Chef Wendell shows Daniel Miller how to make Jicama-Orange Salad with Summer Berries.
(Low-Glycemic-Appropriate for Diabetics)
Yields: 8 servings
We already know the magic of eating berries off the vine. The anthocyanins, which give them their deep color, are the hero's that are brimming with phytochemicals, especially, antioxidants which protect us from cancer, age related eye disorders, and a constellation of degenerative diseases. Blueberries are dirt cheap, so lower your shopping bill and keep your loving family healthy at the same time. Berries can be tossed into granola, smoothies, yogurt, stir-fry, but NOT with COOL WHIP. PLEASE!!! Wash them first then eat them like candy. They also protect against colon and ovarian cancer.Berries are also loaded with vitamin C, manganese, fiber, and vitamin E.
1/3 cup lime juice-FRESH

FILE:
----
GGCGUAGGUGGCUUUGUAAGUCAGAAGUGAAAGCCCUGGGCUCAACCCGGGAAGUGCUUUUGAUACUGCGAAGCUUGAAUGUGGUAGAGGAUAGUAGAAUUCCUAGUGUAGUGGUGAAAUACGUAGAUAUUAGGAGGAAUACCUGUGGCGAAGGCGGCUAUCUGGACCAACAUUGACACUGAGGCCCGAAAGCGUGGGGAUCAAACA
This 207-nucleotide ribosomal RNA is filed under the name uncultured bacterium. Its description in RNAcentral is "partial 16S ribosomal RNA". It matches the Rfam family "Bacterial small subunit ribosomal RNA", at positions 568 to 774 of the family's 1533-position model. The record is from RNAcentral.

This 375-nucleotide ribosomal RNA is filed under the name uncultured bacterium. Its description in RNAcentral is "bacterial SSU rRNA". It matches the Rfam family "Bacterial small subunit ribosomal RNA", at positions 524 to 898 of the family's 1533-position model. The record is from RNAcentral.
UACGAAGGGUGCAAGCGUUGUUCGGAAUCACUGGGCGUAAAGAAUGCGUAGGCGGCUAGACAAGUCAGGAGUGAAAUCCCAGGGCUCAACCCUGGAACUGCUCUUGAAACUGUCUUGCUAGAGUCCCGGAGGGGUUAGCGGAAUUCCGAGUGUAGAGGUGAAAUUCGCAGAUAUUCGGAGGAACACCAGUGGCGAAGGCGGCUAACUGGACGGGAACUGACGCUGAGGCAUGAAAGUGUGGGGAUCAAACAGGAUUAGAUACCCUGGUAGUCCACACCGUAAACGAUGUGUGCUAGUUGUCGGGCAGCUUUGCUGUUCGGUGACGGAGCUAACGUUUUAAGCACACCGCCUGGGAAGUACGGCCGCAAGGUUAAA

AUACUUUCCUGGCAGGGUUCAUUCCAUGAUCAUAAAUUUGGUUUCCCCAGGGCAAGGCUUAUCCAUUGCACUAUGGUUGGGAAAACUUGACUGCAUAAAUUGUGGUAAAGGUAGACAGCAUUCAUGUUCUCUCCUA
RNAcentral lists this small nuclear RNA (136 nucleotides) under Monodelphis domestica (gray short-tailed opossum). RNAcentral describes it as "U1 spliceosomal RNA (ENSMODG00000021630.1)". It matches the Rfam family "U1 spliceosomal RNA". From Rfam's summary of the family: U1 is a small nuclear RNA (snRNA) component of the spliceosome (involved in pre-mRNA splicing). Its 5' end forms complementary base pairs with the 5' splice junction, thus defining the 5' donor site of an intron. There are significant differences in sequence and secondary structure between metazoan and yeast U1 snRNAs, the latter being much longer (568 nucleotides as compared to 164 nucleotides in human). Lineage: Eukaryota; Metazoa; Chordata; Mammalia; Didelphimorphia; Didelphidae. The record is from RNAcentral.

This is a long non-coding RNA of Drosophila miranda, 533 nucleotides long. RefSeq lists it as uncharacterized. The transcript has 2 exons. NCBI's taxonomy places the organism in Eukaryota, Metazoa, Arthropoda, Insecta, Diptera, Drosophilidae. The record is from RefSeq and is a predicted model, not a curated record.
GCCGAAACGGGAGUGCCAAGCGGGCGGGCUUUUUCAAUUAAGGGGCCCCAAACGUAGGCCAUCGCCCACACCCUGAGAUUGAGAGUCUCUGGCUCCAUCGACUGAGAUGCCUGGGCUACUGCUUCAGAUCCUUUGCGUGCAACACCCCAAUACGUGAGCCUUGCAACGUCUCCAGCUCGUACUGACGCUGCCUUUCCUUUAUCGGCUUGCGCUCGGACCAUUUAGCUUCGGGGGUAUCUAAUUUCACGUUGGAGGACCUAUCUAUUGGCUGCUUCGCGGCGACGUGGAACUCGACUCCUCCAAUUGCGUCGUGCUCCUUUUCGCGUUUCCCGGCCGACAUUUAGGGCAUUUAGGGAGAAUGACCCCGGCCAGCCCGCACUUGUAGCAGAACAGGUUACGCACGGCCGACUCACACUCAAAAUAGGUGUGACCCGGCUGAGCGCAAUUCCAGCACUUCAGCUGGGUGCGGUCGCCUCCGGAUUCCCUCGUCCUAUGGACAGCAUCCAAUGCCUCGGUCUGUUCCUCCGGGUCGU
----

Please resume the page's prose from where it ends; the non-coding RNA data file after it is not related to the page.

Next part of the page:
1 tsp. sea salt
1 tsp. chile powder
1 pound of Jicama, the Mexican Potato
Mandarin Oranges, drained
2 minced green onions
Blue and Red Raspberry's for garnish
In a large bowl, mix the lime, salt, chile powder and cayenne together.
Add the peeled and diced Jicama, oranges, green onions and toss to coat.
Place into a pretty glass bowl, and top with berries.
Serve chilled-Do not attempt to mix the berries into the salad. They will break down and ruin the look of the colorful dish.
Nutritional Highlights of Jicama:
Jicama (raw, sliced), 1 cup (100g)
Total Fat: 0.11g
Excellent source of: Vitamin C (24mg)
Health Benefits of Jicama:
Asthma---Vitamin C, antioxidant and anti-inflammatory- A large study has shown that young children with asthma experience significantly less wheezing if they eat a diet high in fruits rich in vitamin C.
Scurvy Prevention-Vitamin C
Capillary fragility--Eating plenty of flavonoids- and vitamin C-rich fruits and vegetables helps to support the structure of capillaries.
High homocysteine-- A controlled trial showed that eating a diet high in fruits and vegetables containing folic acid, beta-carotene, and vitamin C effectively lowered homocysteine levels.
Multiple sclerosis (MS)--In one survey, researchers gathered information from nearly 400 people (half with MS) over three years. They found that consumption of vegetable protein, fruit juice, and foods rich in vitamin C, thiamine, riboflavin, calcium, and potassium correlated with a decreased MS risk. Wonderful news.